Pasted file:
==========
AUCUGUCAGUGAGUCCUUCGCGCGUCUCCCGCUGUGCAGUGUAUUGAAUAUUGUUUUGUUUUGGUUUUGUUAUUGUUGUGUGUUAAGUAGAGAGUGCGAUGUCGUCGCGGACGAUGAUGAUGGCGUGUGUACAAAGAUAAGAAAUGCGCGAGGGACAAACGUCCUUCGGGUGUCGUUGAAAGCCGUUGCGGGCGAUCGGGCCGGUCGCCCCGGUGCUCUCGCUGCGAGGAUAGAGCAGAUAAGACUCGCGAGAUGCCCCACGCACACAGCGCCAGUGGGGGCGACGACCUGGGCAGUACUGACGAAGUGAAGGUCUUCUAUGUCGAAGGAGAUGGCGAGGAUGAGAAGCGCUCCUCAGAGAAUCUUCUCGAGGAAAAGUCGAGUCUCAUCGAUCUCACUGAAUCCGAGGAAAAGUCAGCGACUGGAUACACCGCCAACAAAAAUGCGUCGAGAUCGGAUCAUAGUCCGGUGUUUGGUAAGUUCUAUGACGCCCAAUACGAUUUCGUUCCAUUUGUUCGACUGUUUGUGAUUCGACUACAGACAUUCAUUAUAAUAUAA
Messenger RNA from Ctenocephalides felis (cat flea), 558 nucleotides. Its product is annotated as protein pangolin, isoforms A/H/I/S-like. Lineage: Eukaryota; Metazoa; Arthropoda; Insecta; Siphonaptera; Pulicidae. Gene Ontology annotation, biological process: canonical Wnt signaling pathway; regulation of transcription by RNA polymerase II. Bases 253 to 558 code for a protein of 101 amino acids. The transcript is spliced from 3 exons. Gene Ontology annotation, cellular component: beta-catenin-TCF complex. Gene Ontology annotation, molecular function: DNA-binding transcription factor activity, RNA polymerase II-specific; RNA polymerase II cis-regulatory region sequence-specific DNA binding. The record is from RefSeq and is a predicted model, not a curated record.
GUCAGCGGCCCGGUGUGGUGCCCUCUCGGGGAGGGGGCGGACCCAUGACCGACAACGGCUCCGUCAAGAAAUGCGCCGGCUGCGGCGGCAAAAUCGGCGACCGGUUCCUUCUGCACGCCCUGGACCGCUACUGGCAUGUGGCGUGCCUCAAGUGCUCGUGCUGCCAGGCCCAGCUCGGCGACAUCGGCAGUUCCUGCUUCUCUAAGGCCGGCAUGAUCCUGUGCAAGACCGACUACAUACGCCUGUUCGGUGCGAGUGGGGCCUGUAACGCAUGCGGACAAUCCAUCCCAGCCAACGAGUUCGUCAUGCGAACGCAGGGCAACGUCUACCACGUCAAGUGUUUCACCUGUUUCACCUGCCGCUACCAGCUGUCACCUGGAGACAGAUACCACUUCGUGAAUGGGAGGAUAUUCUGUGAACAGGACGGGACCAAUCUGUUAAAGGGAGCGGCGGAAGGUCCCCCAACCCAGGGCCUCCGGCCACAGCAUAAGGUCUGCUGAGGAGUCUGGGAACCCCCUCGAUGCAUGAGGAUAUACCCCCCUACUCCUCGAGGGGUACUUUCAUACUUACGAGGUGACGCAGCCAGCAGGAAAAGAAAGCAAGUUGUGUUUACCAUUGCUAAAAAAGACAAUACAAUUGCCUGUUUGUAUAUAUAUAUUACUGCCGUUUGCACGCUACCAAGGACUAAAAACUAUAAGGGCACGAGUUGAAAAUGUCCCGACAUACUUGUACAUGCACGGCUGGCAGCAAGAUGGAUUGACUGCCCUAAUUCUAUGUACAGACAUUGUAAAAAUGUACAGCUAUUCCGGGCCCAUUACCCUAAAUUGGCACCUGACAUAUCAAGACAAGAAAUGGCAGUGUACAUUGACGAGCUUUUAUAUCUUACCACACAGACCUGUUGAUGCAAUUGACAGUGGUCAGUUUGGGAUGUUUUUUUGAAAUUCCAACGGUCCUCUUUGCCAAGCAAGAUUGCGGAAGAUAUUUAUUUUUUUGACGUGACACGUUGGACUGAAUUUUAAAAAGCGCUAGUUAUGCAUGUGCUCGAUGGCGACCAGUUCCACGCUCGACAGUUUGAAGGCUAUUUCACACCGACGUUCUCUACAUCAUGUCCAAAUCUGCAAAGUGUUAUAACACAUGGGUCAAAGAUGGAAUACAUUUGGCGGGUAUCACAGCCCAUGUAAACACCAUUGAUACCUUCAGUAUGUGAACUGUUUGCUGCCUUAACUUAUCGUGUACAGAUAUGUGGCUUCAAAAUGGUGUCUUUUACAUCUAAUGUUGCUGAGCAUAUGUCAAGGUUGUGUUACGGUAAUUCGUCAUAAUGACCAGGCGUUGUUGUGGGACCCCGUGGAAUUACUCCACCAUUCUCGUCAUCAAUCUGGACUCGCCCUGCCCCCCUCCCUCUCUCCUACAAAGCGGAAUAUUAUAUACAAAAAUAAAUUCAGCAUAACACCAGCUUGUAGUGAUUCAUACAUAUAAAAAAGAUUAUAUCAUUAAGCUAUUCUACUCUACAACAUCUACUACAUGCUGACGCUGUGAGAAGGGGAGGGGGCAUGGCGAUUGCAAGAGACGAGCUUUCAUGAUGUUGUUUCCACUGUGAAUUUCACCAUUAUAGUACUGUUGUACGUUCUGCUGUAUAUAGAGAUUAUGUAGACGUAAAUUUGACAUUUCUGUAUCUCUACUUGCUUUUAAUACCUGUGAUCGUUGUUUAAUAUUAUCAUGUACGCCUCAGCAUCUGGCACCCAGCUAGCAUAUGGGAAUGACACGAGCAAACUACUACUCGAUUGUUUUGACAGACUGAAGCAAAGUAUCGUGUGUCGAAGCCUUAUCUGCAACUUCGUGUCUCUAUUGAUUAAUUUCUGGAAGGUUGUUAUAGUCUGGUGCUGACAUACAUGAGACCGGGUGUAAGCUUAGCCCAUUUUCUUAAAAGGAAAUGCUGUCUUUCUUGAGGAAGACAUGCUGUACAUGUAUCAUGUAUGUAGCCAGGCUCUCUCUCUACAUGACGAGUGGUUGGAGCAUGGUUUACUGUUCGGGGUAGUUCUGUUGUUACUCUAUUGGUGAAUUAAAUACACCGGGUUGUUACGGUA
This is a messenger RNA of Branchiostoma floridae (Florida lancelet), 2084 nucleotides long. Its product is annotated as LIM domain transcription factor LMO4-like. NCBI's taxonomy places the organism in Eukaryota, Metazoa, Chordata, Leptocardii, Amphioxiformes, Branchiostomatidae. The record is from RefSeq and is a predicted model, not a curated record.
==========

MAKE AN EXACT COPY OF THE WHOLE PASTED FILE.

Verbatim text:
AUCUGUCAGUGAGUCCUUCGCGCGUCUCCCGCUGUGCAGUGUAUUGAAUAUUGUUUUGUUUUGGUUUUGUUAUUGUUGUGUGUUAAGUAGAGAGUGCGAUGUCGUCGCGGACGAUGAUGAUGGCGUGUGUACAAAGAUAAGAAAUGCGCGAGGGACAAACGUCCUUCGGGUGUCGUUGAAAGCCGUUGCGGGCGAUCGGGCCGGUCGCCCCGGUGCUCUCGCUGCGAGGAUAGAGCAGAUAAGACUCGCGAGAUGCCCCACGCACACAGCGCCAGUGGGGGCGACGACCUGGGCAGUACUGACGAAGUGAAGGUCUUCUAUGUCGAAGGAGAUGGCGAGGAUGAGAAGCGCUCCUCAGAGAAUCUUCUCGAGGAAAAGUCGAGUCUCAUCGAUCUCACUGAAUCCGAGGAAAAGUCAGCGACUGGAUACACCGCCAACAAAAAUGCGUCGAGAUCGGAUCAUAGUCCGGUGUUUGGUAAGUUCUAUGACGCCCAAUACGAUUUCGUUCCAUUUGUUCGACUGUUUGUGAUUCGACUACAGACAUUCAUUAUAAUAUAA
Messenger RNA from Ctenocephalides felis (cat flea), 558 nucleotides. Its product is annotated as protein pangolin, isoforms A/H/I/S-like. Lineage: Eukaryota; Metazoa; Arthropoda; Insecta; Siphonaptera; Pulicidae. Gene Ontology annotation, biological process: canonical Wnt signaling pathway; regulation of transcription by RNA polymerase II. Bases 253 to 558 code for a protein of 101 amino acids. The transcript is spliced from 3 exons. Gene Ontology annotation, cellular component: beta-catenin-TCF complex. Gene Ontology annotation, molecular function: DNA-binding transcription factor activity, RNA polymerase II-specific; RNA polymerase II cis-regulatory region sequence-specific DNA binding. The record is from RefSeq and is a predicted model, not a curated record.
GUCAGCGGCCCGGUGUGGUGCCCUCUCGGGGAGGGGGCGGACCCAUGACCGACAACGGCUCCGUCAAGAAAUGCGCCGGCUGCGGCGGCAAAAUCGGCGACCGGUUCCUUCUGCACGCCCUGGACCGCUACUGGCAUGUGGCGUGCCUCAAGUGCUCGUGCUGCCAGGCCCAGCUCGGCGACAUCGGCAGUUCCUGCUUCUCUAAGGCCGGCAUGAUCCUGUGCAAGACCGACUACAUACGCCUGUUCGGUGCGAGUGGGGCCUGUAACGCAUGCGGACAAUCCAUCCCAGCCAACGAGUUCGUCAUGCGAACGCAGGGCAACGUCUACCACGUCAAGUGUUUCACCUGUUUCACCUGCCGCUACCAGCUGUCACCUGGAGACAGAUACCACUUCGUGAAUGGGAGGAUAUUCUGUGAACAGGACGGGACCAAUCUGUUAAAGGGAGCGGCGGAAGGUCCCCCAACCCAGGGCCUCCGGCCACAGCAUAAGGUCUGCUGAGGAGUCUGGGAACCCCCUCGAUGCAUGAGGAUAUACCCCCCUACUCCUCGAGGGGUACUUUCAUACUUACGAGGUGACGCAGCCAGCAGGAAAAGAAAGCAAGUUGUGUUUACCAUUGCUAAAAAAGACAAUACAAUUGCCUGUUUGUAUAUAUAUAUUACUGCCGUUUGCACGCUACCAAGGACUAAAAACUAUAAGGGCACGAGUUGAAAAUGUCCCGACAUACUUGUACAUGCACGGCUGGCAGCAAGAUGGAUUGACUGCCCUAAUUCUAUGUACAGACAUUGUAAAAAUGUACAGCUAUUCCGGGCCCAUUACCCUAAAUUGGCACCUGACAUAUCAAGACAAGAAAUGGCAGUGUACAUUGACGAGCUUUUAUAUCUUACCACACAGACCUGUUGAUGCAAUUGACAGUGGUCAGUUUGGGAUGUUUUUUUGAAAUUCCAACGGUCCUCUUUGCCAAGCAAGAUUGCGGAAGAUAUUUAUUUUUUUGACGUGACACGUUGGACUGAAUUUUAAAAAGCGCUAGUUAUGCAUGUGCUCGAUGGCGACCAGUUCCACGCUCGACAGUUUGAAGGCUAUUUCACACCGACGUUCUCUACAUCAUGUCCAAAUCUGCAAAGUGUUAUAACACAUGGGUCAAAGAUGGAAUACAUUUGGCGGGUAUCACAGCCCAUGUAAACACCAUUGAUACCUUCAGUAUGUGAACUGUUUGCUGCCUUAACUUAUCGUGUACAGAUAUGUGGCUUCAAAAUGGUGUCUUUUACAUCUAAUGUUGCUGAGCAUAUGUCAAGGUUGUGUUACGGUAAUUCGUCAUAAUGACCAGGCGUUGUUGUGGGACCCCGUGGAAUUACUCCACCAUUCUCGUCAUCAAUCUGGACUCGCCCUGCCCCCCUCCCUCUCUCCUACAAAGCGGAAUAUUAUAUACAAAAAUAAAUUCAGCAUAACACCAGCUUGUAGUGAUUCAUACAUAUAAAAAAGAUUAUAUCAUUAAGCUAUUCUACUCUACAACAUCUACUACAUGCUGACGCUGUGAGAAGGGGAGGGGGCAUGGCGAUUGCAAGAGACGAGCUUUCAUGAUGUUGUUUCCACUGUGAAUUUCACCAUUAUAGUACUGUUGUACGUUCUGCUGUAUAUAGAGAUUAUGUAGACGUAAAUUUGACAUUUCUGUAUCUCUACUUGCUUUUAAUACCUGUGAUCGUUGUUUAAUAUUAUCAUGUACGCCUCAGCAUCUGGCACCCAGCUAGCAUAUGGGAAUGACACGAGCAAACUACUACUCGAUUGUUUUGACAGACUGAAGCAAAGUAUCGUGUGUCGAAGCCUUAUCUGCAACUUCGUGUCUCUAUUGAUUAAUUUCUGGAAGGUUGUUAUAGUCUGGUGCUGACAUACAUGAGACCGGGUGUAAGCUUAGCCCAUUUUCUUAAAAGGAAAUGCUGUCUUUCUUGAGGAAGACAUGCUGUACAUGUAUCAUGUAUGUAGCCAGGCUCUCUCUCUACAUGACGAGUGGUUGGAGCAUGGUUUACUGUUCGGGGUAGUUCUGUUGUUACUCUAUUGGUGAAUUAAAUACACCGGGUUGUUACGGUA
This is a messenger RNA of Branchiostoma floridae (Florida lancelet), 2084 nucleotides long. Its product is annotated as LIM domain transcription factor LMO4-like. NCBI's taxonomy places the organism in Eukaryota, Metazoa, Chordata, Leptocardii, Amphioxiformes, Branchiostomatidae. The record is from RefSeq and is a predicted model, not a curated record.